Mandibular overdentures have become the gold standard treatment option for edentulous patients because they offer superior retention and support, as well as a high degree of patient satisfaction, compared to the traditional mandibular denture.1,2 When planning for implant placement, fabrication of a surgical guide is highly recommended so the fixtures are in an ideal restorative position.3
Multiple surgical guide options are available, ranging from vacuum-formed clear trays to three-dimensionally printed resin guides.3 Another technique is using a duplication of a patient’s existing denture as a template. A simplified technique for duplicating a well-fitted denture in clear acrylic was described by Lindquist et al4 in 1997. In this technique, the dentist can either send the patient’s existing denture to a laboratory for replication (although this means sending the patient home without teeth for a couple of days), or the denture can be duplicated in-house.
This report will present a predictable denture duplication technique that does not require special equipment (such as a duplicating jig), and can be performed by auxiliary personnel in-house.
An edentulous patient presented to the advanced education in general dentistry program clinic at the Dental College of Georgia at Augusta University with the chief complaint of “I want my lower denture to stay in place better.” After the clinical team and patient discussed the risks, benefits and alternatives of all treatment options, the patient decided on a two-implant overdenture.
The existing mandibular denture was obtained from the patient and its integrity was visually inspected, followed by an intraoral fit check (Figure 1). In this case, the denture fit was clinically acceptable, so it was determined the existing denture could be duplicated to serve as a radiographic and surgical template for implant placement.
A simple technique using putty material was selected to complete the duplication process. First, in order to contain the impression material, two stock, plastic maxillary impression trays were utilized (Figure 2). There is no need to coat the trays with polyvinyl siloxane (PVS) tray adhesive to complete the duplication. A PVS putty base and catalyst were hand mixed and the first maxillary impression tray was filled with the mixture.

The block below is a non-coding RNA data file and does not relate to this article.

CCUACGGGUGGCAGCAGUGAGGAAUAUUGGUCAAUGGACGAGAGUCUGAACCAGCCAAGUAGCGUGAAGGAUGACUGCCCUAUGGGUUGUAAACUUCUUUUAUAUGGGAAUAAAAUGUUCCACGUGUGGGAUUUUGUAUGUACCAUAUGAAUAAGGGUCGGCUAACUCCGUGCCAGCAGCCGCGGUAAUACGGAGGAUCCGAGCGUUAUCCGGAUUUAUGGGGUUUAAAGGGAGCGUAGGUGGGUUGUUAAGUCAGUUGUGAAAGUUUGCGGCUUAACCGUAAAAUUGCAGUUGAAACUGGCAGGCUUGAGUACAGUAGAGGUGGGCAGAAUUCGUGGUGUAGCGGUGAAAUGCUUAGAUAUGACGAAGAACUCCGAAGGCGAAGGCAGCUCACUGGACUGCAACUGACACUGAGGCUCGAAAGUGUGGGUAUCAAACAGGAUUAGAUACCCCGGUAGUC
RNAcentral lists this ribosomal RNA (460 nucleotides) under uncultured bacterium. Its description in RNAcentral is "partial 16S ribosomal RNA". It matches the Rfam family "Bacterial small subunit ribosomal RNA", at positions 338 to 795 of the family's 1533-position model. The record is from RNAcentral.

The mandibular denture was lightly coated in petroleum jelly, pressed into the impression material (with the cameo surface of the denture contacting the putty), and left undisturbed until set. Once set, three triangular notches were cut into the borders of the putty using a Bard-Parker surgical blade. These notches help ensure the clinician will be able to accurately articulate the two trays together at a later step to avoid errors in duplication. The mandibular denture is left in the tray containing the set putty, and, before continuing, the intaglio surface of the denture, as well as the set putty impression material, were coated with petroleum jelly. This helps prevent the two putties from sticking together, and also eases separation.
Next, a new mixture of PVS putty base and catalyst was placed inside the mandibular denture (intaglio) and molded into the borders and notches. In order to spread and compress the PVS into the intaglio surface of the denture, a second maxillary tray was pressed into the mixture. The putty was allowed to set, the two trays were separated, and the denture was removed from the stock tray, cleaned, and returned to the patient.
Once the denture has been duplicated with this technique, the operator will have a copy of the ridge (intaglio surface) on one maxillary tray, and a copy of the denture (cameo surface) on the other tray (Figure 3). The cameo surface mold was filled with clear, self-cure acrylic and the intaglio surface mold was placed on top. Clinicians should be sure to line up the previously marked notches. A rubber band can be used to hold both pieces together (Figure 4). The mated trays were placed in a pressure pot with hot to boiling water at 20 PSI for 20 minutes to create a porosity-free, clear duplicate denture/surgical guide. Next, the template was trimmed, and the provider verified there were no sharp edges before polishing using a wet rag wheel. Once verified to be free of imperfections, four small disc-shape radiopaque composites were placed on the facial surface of teeth #22, 23, 26 and 27 of the duplicated denture and inserted into the patient’s mouth to obtain a cone beam computed tomography (CBCT) scan.